For information on the mark up of H.R. 5072 go to: http://www.house.gov/apps/list/speech/financialsvcs_dem/mrkup_04222010.shtml
For a copy of Commissioner Stevens’s testimony go to: http://www.house.gov/apps/list/speech/financialsvcs_dem/mrkup_04222010.shtml
New Allocation Estimates for National Housing Trust Fund from HUD–top
The Office of Policy Development and Research (PD&R) at HUD has new estimates of the allocations that each state and insular area will be awarded once the National Housing Trust Fund (NHTF) is funded at $1 billion. These estimates come from an update to the regulatory impact analysis that was first posted in December 2009.
This update was completed in order to incorporate more recent data and to make some corrections to the procedures that were used in the original analysis. The original estimates were based on a special tabulation of 2000 census data known as the Comprehensive Housing Affordability Strategy (CHAS) data, but the CHAS data were recently updated; they are now based on American Community Survey data from 2005 through 2007 (See Memo, 12/18/09 for more on CHAS data).
Advocates should be aware that these allocations are still estimates; final numbers will likely be released once the money is appropriated to the NHTF. However, the use of more current data and the corrections made by PD&R in this analysis should provide a much closer estimate to what the final allocations will actually be. The updated analysis, including the new state allocation estimates, is available at: http://www.huduser.org/portal/periodicals/cityscpe/vol12num1/ch7.html.
Definitions of Foreclosed and Abandoned Expanded for NSP–top
In an effort to increase use of Neighborhood Stabilization Program (NSP) funds, HUD posted two notices on its NSP-HELP web page on April 5 expanding the definitions of “foreclosed” and “abandoned.” One of these notices also implements a statutory amendment allowing a state that received the minimum NSP allocation of $19.6 million to use NSP in areas not originally identified as those with greatest need, if funds remain after addressing foreclosures in previously targeted areas.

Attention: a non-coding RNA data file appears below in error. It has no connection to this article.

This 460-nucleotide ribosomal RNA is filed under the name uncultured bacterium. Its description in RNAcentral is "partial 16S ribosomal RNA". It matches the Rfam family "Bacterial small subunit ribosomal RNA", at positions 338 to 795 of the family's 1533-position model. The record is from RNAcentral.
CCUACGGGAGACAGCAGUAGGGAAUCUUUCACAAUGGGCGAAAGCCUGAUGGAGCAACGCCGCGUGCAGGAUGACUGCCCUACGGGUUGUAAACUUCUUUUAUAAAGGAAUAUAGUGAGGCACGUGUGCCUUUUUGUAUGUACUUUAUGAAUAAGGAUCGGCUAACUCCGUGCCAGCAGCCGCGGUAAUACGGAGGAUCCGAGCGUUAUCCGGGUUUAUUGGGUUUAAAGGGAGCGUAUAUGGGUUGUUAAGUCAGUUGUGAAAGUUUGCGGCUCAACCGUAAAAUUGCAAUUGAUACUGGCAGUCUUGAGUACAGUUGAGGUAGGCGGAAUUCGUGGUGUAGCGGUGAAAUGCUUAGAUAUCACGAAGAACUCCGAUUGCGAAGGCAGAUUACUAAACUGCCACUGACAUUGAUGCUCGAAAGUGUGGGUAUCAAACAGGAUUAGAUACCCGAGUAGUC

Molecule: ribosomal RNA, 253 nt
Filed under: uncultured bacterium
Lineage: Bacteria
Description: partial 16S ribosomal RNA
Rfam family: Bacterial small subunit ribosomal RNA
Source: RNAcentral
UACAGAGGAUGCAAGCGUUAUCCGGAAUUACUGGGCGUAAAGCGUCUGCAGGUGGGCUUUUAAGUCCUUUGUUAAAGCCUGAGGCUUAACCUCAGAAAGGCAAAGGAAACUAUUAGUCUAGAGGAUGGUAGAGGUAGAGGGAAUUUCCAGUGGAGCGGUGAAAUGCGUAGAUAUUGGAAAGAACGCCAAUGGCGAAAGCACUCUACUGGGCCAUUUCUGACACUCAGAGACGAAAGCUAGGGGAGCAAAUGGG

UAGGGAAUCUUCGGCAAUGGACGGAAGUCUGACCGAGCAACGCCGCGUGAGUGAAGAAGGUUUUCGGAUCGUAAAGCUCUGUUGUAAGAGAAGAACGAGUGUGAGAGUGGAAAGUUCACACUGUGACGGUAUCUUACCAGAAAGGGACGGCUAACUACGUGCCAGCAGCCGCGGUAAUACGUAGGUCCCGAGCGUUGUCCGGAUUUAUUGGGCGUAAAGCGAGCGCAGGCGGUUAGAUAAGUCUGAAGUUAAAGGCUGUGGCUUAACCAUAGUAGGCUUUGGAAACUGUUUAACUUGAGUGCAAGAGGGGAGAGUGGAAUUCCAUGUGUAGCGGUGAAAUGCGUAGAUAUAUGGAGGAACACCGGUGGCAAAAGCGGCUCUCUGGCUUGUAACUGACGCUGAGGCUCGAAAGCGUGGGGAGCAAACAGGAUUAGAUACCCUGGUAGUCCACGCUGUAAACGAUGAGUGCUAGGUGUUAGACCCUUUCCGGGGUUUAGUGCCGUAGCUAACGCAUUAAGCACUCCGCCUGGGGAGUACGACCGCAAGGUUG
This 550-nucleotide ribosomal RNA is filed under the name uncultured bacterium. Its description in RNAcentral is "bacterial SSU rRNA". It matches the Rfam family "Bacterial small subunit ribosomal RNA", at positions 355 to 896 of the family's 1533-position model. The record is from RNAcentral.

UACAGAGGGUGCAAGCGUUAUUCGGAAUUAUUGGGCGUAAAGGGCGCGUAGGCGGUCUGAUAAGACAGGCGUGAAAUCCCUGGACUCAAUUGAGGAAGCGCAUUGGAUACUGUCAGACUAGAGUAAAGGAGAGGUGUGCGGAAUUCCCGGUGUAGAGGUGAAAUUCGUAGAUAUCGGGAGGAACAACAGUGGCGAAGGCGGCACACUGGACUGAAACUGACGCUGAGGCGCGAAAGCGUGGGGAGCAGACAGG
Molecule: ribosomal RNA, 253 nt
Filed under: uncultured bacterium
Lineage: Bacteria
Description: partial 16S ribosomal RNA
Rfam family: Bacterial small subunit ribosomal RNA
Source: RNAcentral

Recent reports indicate that jurisdictions that received NSP dollars through the formula allocation have been slow to use their funds. All funds must be obligated by September 1; HUD will rescind unused dollars after that date.
The original NSP definition of “abandoned” required a property to be vacant for at least 90 days. According to the notice, this requirement prevented jurisdictions from using NSP funds to address a property that was still occupied by tenants even though it had been abandoned by the owner. The new definition considers a home or residential property abandoned if either:
- A mortgage or tax payment is at least 90 days delinquent;
- A code enforcement inspection has determined that a property is not habitable and the owner has taken no corrective actions within 90 days notice; or
- The property is subject to a court-ordered receivership or nuisance abatement related to abandonment according to state or local law, or otherwise meets a state definition of an abandoned home or residential property.
On foreclosures, HUD states that the original definition of “foreclosed” limited jurisdictions’ ability to intervene when a lender initiated a foreclosure but did not complete it, or when a default was allowed to linger. HUD also observed that many lenders were transferring their properties to aggregators or servicers, and that in some of these cases the original HUD policy did not consider the properties to still be “foreclosed” because the title was transferred to the aggregator or servicer.
The new definition considers a home or residential property “foreclosed” if any of these conditions apply:
- The mortgage payment is at least 60 days delinquent, and the owner has been notified;
- The owner is at least 90 days behind on tax payments;
- Foreclosure proceedings have been initiated or completed under state or local law; or,